As we approach the one-year anniversary of the Grenfell Tower tragedy, it not only highlights a social and political issue but also presents fire departments around the world with a lesson on fire suppression, one that may surely save lives and property moving forward.

Grenfell Tower fire, 4:43 a.m.14 June 2017. By Natalie Oxford CC BY 4.0


Grant., H. (2017) ‘Lack of equipment ‘hampered Grenfell rescue effort’’, The Guardian. Available at:

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Martin,. J. (2017) ‘After Grenfell Tower fire, U.S.-based group develops tool aimed at making buildings safer’, The Toronto Star. Available at: (Accessed: March 26, 2018)

Metropolitan Police News. (2017) ‘Number of victims of the Grenfell Tower fire formally identified is 70’, Available at: (Accessed: March 26, 2018)

Ministry of Business, Innovation and Employment. (2017) ‘Changes to fire safety design requirements will help save lives’, Available at: (Accessed: March 26, 2018)

Ministry of Business, Innovation and Employment. (2017) ‘Changes to fire safety requirements for external cladding systems’, Available at: (Accessed: March 26, 2018)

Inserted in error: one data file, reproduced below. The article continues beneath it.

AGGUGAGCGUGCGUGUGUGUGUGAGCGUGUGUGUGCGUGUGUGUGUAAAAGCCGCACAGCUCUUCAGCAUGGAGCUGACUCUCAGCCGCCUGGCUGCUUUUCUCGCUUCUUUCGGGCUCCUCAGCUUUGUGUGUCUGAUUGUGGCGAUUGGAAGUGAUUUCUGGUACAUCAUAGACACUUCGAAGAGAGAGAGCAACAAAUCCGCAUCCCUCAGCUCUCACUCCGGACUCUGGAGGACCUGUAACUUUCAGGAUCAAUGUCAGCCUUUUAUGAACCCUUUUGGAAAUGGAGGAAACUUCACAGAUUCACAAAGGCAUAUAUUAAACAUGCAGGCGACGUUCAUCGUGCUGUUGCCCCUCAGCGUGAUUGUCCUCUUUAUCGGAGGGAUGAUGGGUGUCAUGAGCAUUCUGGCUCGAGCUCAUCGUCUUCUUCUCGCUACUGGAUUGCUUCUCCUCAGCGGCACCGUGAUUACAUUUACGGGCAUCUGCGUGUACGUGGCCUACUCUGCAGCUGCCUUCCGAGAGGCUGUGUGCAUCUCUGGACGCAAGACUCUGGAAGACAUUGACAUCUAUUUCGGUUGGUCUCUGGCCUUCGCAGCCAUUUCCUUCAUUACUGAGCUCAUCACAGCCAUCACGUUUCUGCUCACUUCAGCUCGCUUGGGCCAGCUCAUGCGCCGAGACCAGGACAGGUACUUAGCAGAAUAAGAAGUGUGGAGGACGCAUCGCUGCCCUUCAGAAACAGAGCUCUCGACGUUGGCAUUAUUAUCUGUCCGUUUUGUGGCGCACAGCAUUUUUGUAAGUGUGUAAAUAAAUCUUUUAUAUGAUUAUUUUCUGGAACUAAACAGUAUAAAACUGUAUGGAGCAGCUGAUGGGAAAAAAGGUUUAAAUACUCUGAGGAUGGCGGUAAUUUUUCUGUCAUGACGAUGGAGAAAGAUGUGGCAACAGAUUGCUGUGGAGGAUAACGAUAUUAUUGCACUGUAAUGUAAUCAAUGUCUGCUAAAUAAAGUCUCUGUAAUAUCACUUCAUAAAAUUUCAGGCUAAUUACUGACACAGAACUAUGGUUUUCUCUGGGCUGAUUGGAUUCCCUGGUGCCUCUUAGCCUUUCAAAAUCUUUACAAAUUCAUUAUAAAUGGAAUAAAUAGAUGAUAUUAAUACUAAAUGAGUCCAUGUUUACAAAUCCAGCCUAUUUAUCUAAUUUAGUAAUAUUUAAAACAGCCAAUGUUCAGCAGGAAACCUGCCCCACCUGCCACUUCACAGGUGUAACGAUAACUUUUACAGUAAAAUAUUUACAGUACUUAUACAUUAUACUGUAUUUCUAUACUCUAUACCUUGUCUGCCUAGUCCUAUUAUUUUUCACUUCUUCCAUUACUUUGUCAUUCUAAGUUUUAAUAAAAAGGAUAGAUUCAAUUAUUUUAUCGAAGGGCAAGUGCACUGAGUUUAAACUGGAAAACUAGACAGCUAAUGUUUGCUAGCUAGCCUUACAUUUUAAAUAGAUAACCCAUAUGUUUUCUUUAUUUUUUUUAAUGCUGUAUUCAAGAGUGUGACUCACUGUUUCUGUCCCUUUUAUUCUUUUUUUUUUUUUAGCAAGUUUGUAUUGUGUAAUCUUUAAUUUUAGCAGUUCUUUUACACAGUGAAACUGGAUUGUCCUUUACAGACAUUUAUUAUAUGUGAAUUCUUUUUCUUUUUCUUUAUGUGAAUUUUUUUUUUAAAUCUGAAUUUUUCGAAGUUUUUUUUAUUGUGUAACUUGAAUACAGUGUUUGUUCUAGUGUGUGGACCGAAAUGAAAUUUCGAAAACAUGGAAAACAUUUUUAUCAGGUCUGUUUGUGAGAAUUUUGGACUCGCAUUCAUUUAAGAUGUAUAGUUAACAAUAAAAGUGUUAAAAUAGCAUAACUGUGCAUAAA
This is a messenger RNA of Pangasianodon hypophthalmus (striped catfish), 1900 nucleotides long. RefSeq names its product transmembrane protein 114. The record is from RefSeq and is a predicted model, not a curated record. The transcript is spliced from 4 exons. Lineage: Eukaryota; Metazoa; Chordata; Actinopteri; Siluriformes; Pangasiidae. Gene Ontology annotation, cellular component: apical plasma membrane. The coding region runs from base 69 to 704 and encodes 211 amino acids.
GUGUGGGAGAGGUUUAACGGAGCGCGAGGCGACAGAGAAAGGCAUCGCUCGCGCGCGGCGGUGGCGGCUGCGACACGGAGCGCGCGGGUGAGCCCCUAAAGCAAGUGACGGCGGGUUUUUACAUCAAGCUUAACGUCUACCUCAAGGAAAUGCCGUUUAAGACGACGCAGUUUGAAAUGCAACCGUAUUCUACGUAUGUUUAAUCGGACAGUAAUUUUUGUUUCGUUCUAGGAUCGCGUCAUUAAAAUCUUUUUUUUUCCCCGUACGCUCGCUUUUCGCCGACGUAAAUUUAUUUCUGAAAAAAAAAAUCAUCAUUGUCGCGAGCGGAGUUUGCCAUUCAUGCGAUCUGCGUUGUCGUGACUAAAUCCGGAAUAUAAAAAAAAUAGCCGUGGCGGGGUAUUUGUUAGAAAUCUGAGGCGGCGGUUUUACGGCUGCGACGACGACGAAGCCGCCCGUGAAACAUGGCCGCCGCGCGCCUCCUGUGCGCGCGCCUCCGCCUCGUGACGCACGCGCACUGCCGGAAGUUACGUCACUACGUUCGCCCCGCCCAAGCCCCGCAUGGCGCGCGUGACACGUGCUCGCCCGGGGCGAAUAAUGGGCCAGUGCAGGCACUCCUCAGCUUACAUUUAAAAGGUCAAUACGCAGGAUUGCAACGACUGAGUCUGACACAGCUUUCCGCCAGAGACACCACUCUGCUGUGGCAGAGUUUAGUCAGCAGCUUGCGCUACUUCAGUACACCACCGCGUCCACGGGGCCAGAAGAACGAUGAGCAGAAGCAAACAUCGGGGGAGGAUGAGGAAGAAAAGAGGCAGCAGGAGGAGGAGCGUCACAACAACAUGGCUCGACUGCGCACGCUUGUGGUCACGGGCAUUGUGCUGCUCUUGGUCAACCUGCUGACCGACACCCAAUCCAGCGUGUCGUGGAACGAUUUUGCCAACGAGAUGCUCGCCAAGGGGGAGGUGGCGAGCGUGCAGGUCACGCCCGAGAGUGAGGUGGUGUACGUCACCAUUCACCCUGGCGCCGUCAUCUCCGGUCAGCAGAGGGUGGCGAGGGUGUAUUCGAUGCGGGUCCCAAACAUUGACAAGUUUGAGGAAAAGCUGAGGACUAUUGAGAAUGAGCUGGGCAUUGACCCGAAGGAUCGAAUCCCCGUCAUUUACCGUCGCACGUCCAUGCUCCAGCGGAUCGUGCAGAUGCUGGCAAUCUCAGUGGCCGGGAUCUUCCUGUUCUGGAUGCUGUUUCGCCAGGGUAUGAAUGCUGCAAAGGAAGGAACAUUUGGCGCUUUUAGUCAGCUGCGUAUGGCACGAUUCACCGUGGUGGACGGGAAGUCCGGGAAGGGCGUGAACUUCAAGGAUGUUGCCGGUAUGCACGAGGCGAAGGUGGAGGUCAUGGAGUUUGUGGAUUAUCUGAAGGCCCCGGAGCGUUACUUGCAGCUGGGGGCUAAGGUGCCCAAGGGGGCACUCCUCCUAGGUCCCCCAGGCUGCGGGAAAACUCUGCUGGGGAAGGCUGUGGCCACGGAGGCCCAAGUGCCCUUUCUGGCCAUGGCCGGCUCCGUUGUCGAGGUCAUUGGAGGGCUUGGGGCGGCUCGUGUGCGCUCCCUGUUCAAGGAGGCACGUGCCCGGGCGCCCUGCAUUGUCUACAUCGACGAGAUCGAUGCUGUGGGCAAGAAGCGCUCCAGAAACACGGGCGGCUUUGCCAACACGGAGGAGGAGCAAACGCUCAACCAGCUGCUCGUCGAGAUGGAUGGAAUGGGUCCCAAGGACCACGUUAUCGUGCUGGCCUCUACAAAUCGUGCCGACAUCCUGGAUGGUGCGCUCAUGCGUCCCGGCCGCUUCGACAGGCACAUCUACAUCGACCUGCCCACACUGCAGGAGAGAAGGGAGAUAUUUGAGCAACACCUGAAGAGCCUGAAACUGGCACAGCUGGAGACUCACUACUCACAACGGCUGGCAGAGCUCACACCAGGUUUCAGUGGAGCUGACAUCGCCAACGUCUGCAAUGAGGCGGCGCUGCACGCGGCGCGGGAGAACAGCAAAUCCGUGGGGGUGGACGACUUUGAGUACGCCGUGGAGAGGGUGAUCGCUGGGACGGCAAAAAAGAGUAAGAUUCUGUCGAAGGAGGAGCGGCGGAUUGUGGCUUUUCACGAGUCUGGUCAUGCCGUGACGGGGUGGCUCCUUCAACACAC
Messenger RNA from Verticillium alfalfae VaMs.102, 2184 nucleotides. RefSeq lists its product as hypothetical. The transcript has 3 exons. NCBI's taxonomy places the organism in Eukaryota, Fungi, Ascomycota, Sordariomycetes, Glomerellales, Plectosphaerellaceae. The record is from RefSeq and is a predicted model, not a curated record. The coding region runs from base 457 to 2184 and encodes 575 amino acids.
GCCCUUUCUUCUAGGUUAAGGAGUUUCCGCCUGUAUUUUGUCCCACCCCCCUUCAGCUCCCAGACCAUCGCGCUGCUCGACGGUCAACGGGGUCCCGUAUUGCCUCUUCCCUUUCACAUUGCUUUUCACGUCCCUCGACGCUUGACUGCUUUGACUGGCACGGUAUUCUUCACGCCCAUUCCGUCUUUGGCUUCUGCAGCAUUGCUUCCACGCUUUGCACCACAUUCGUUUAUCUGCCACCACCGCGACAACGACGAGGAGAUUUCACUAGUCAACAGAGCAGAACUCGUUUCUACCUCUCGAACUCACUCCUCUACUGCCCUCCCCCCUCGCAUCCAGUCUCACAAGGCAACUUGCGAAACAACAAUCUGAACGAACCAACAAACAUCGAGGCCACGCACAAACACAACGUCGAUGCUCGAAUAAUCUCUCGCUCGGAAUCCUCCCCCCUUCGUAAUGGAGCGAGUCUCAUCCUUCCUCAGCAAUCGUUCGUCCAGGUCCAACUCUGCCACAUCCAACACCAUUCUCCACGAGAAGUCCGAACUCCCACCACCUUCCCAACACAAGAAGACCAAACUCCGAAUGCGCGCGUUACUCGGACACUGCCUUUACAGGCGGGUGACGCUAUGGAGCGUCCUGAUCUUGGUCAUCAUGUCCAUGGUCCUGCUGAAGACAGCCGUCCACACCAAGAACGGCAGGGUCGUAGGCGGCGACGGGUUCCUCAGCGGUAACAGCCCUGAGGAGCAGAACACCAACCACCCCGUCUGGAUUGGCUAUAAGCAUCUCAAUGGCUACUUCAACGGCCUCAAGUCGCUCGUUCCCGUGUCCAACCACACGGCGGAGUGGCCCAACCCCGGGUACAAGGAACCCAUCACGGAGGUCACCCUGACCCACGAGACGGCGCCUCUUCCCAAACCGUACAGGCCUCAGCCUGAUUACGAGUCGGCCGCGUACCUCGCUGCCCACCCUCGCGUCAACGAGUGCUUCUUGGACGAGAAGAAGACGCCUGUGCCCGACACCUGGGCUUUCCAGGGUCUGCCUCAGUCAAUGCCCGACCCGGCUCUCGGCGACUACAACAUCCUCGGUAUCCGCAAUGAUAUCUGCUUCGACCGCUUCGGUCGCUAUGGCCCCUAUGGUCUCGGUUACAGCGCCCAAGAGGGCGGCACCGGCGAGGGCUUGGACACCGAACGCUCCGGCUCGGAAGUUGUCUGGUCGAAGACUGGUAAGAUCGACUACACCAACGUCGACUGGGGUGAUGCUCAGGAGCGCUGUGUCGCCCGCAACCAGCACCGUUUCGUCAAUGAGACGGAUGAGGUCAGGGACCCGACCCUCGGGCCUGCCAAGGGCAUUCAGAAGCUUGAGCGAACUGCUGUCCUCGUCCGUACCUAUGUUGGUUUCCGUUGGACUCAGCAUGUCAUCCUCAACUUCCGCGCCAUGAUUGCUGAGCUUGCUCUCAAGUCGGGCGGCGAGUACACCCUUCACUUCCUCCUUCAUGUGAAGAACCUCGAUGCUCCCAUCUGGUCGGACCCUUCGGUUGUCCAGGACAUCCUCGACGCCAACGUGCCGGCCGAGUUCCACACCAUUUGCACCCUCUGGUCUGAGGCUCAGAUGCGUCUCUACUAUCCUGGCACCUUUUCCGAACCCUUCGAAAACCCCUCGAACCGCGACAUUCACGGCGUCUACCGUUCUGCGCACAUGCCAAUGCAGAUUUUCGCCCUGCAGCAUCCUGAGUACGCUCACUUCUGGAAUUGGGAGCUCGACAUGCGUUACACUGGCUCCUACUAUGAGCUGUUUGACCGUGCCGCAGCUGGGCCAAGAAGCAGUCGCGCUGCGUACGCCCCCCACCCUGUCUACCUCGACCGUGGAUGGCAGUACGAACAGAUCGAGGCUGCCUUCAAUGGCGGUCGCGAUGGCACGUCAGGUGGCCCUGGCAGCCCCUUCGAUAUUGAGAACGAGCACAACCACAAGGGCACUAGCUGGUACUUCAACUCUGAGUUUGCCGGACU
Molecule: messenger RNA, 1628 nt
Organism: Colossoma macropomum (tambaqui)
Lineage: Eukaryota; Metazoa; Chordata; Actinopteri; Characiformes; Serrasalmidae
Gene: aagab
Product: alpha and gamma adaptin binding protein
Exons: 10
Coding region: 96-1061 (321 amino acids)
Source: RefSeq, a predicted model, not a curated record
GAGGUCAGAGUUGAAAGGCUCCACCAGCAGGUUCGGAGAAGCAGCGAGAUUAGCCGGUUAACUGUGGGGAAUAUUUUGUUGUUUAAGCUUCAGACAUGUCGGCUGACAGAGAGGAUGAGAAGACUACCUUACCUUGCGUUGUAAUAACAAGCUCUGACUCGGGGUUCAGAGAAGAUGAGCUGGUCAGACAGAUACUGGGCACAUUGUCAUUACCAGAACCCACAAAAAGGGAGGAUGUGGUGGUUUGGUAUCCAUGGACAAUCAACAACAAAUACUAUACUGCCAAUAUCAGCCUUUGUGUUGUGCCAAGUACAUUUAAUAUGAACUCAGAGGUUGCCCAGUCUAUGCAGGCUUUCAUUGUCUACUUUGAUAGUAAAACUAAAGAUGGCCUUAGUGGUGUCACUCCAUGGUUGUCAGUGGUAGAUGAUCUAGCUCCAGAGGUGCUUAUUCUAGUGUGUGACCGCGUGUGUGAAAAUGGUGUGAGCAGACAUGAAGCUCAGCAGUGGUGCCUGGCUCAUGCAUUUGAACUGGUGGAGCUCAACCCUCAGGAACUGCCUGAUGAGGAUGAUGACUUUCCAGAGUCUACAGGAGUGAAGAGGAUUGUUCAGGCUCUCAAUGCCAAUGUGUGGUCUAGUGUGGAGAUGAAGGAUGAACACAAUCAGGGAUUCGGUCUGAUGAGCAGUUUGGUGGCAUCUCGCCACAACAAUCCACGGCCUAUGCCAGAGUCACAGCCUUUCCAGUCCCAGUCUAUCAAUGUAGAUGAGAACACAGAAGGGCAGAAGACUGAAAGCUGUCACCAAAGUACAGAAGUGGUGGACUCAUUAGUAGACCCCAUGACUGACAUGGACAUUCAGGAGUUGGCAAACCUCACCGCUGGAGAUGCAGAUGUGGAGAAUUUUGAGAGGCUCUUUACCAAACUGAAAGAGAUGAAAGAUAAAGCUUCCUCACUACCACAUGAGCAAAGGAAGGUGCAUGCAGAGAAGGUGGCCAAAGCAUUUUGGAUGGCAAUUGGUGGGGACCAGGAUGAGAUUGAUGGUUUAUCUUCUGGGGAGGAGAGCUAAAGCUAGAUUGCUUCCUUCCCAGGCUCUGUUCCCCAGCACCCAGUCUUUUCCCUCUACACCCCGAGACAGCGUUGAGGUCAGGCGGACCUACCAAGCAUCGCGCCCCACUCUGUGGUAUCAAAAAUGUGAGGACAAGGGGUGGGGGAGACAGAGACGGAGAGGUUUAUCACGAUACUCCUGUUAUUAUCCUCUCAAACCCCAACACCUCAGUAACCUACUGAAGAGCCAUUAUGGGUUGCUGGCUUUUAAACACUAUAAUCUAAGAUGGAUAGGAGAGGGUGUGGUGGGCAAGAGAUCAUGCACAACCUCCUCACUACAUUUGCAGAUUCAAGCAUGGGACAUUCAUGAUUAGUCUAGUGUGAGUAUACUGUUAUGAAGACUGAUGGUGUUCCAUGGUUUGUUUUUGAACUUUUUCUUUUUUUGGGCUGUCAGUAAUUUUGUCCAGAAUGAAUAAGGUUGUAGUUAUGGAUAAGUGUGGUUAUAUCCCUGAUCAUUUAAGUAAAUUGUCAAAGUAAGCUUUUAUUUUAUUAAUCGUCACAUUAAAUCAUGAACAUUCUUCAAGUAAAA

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Rogers,. A. (2017) ‘The enduring problem of fighting high-rise fires’, Wired Magazine. Available at: (Accessed: March 26, 2018)

Roman,. J. (2014) ‘New fires, new tactics’, NFPA Journal. Available at: (Accessed: March 26, 2018)

Smith,. N. (2017) ‘Cladding rule changes make NZ high-rises safer’, Available at: (Accessed: March 26, 2018)


Joana Duque holds a Bachelor’s degree in Disaster and Emergency Management with a minor in Geography from York University. Prior to that, she obtained a Journalism Print Diploma from Sheridan College. She is currently attaining a Project Management Certificate in the stream of Community and Health Service Management from Ryerson University. Her curiosity in emergency management came out of the 2004 Indian Ocean earthquake and tsunami disaster. As such, her interests lie in exploring various countries and their varied hazardscapes, and learning how best to prepare and mitigate for such hazards before a disaster occurs. This led her to a six-week national expedition and internship program through Massey University in New Zealand where she did an internship with the Fire and Emergency New Zealand National Operations’ offices to learn what makes communities resilient and how they implement disaster risk reduction methods. She currently lives with her husband in Toronto, Canada. Joana is a freelance contributor for HazNet.